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Two more teams advanced on Wednesday to the UEFA Champions League quarterfinals, with trophy holders Manchester City and 14-time European titlist Real Madrid joining Bayern Munich and Paris Saint-Germain in the last eight. 

Here are three quick thoughts on Wednesday’s pair of decisive round of 16 games.

Man City is finding its feet at the perfect time

As coldly effective as Pep Guardiola’s team has been this season, it’s not unfair to point out that City has mostly performed below its devastating best from a year ago, when the Sky Blues produced a stunning clean sweep of the European, Premier League and FA Cup titles.

The last few weeks have been different. City finished off Danish side FC Copenhagen on Wednesday with a 3-1 home win (6-2 on aggregate over the two games) on goals by Manuel Akanji, Julián Álvarez and (of course) Erling Haaland:

It’s the third one-sided result in a row for Haaland & Co., which came into Wednesday’s contest on the back of two other laughers: a 3-1 drubbing of crosstown rival Manchester United on Sunday that followed a 6-2 midweek pasting of Luton Town in FA Cup action.

Simply put, City is getting hot when it matters the most. The scary part is that Guardiola’s team still has room for improvement, as the goal the visitors scored on Wednesday showed. But while they still have work to do — especially in the Prem, where they trail Liverpool by a point with 11 games to go — it would surprise nobody if they claimed all three trophies this spring, too.

Unconvincing Real Madrid stumbles into the quarters

No disrespect to RB Leipzig, but after Real Madrid beat the Germans 1-0 on their own turf last month, most observers believed Los Blancos would run away with the second leg at Estadio Santiago Bernabéu.

Someone forgot to tell the visitors. Leipzig gave the continent’s most successful-ever club fits all night in the Spanish capital, losing the series but not the match, which finished 1-1.

The Bundesliga side had the hosts on their heels from the outset on Wednesday, but the threat seemed to be over when Jude Bellingham set up Vinícius Júnior for the opening goal following a devastating counterattack.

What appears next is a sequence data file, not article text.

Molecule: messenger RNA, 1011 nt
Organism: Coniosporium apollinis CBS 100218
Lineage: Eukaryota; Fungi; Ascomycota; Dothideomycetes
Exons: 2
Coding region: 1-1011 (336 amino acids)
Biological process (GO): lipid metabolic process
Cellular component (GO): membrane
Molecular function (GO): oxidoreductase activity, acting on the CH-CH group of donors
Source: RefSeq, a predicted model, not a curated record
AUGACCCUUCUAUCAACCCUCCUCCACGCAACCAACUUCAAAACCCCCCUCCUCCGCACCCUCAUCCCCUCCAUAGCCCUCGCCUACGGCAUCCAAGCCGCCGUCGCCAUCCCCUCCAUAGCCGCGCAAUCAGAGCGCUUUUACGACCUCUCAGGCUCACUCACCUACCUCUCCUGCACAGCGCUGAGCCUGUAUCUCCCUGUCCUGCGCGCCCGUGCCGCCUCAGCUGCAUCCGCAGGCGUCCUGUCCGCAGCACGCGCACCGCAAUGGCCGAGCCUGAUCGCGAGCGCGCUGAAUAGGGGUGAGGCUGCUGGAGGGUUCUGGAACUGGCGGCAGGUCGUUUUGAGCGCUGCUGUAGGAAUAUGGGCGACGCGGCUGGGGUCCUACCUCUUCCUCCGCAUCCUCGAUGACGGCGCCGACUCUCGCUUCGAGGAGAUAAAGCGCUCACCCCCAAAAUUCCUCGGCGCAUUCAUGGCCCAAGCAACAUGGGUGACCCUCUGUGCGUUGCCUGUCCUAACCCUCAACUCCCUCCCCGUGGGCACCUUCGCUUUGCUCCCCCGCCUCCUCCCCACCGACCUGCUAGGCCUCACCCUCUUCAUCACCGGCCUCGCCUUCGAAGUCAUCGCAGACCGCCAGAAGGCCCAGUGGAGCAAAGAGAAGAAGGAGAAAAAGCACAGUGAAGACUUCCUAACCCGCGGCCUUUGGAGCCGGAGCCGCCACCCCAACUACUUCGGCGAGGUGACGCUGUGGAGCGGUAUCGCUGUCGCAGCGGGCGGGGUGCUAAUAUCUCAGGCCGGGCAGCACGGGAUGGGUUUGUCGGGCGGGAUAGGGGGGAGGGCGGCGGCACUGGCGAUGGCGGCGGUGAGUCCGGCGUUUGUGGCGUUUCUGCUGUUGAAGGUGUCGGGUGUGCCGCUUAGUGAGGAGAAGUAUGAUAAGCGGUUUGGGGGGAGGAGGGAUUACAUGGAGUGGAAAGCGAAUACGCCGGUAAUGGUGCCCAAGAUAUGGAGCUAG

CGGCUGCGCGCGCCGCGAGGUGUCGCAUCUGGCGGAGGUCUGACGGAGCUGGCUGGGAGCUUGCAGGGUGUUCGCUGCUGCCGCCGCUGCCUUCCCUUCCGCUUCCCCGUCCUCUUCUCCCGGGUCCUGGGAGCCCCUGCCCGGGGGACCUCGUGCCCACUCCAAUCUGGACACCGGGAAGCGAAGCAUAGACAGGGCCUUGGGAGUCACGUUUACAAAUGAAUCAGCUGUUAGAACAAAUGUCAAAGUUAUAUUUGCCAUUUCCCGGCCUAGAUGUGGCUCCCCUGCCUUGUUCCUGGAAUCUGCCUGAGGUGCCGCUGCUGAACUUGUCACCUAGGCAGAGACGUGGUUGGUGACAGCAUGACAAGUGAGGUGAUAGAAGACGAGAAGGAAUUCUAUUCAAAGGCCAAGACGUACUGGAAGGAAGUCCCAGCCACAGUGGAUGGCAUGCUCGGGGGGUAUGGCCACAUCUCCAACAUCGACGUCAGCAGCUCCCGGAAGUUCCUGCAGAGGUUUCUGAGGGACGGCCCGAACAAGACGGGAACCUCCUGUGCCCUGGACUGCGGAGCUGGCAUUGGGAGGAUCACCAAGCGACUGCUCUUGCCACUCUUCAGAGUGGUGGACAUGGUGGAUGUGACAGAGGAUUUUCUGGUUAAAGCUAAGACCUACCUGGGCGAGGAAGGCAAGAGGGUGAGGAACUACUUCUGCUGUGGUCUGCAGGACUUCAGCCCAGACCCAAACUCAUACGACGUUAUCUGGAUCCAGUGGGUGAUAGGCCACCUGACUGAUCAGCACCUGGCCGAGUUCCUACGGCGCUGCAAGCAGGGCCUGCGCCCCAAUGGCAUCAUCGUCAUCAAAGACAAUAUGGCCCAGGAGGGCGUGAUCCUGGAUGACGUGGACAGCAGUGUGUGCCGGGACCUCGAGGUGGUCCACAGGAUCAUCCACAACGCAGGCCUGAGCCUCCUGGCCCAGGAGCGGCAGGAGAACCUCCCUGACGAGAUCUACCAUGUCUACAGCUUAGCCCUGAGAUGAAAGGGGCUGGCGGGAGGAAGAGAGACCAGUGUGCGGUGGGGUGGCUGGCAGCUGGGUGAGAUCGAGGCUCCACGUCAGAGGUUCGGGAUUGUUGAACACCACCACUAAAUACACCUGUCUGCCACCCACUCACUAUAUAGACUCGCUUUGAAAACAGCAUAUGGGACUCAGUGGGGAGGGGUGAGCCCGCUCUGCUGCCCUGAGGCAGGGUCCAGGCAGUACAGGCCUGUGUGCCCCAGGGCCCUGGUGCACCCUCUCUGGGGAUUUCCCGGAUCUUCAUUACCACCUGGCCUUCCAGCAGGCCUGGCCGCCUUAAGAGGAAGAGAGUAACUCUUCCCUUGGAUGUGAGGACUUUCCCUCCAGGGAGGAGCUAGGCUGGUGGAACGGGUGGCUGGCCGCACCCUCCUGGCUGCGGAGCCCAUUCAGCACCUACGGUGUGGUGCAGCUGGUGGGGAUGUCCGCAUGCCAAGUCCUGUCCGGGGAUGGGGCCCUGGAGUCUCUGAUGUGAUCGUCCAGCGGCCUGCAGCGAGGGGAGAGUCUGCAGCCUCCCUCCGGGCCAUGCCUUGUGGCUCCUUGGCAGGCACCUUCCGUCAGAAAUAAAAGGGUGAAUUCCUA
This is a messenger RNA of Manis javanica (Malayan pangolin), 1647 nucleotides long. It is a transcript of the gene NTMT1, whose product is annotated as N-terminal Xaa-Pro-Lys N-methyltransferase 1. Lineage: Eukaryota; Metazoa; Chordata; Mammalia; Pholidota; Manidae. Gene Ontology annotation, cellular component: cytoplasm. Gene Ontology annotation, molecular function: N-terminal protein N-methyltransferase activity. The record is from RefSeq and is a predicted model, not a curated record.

But Willi Orbán canceled out the strike less than three minutes later, and Real was probably lucky to escape even with an unsatisfying 2-1 aggregate victory after Dani Olmo’s stoppage time chip beat keeper Andriy Lunin but not the crossbar.

Advancing is what counts, obviously. But Real’s supporters have come to expect more than being out-shot by an almost 2-1 margin (18-10) in such a critical match. They know as well as anyone that Carlo Ancelotti’s team will have to deliver more, much more, if Real is to add a 15th European title this season.

A hat tip for FC Copenhagen

Given the reaction by the traveling fans, nobody would’ve guessed that the Danes were still trailing 5-2 on aggregate after Mohamed Elyounoussi pulled one back for the guests at the Emirates Stadium.

For Copenhagen backers, just getting to this stage of the world’s top club competition represented a triumph. And while the humble club’s Cinderella run to the knockout stage was finally turned into a pumpkin on Wednesday, what a season it was. Copenhagen earned its way here with a famous home win over Manchester United. It held mighty Bayern Munich to a scoreless tie — in Germany.

And while the club was a little unlucky to draw the defending champs and 2024 favorites in the round of 16, they exit the competition with their heads held high.

Doug McIntyre is a soccer writer for FOX Sports. Before joining FOX Sports in 2021, he was a staff writer with ESPN and Yahoo Sports and he has covered United States men’s and women’s national teams at multiple FIFA World Cups. Follow him on Twitter @ByDougMcIntyre.

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Jude Bellingham

Real Madrid

UEFA Champions League


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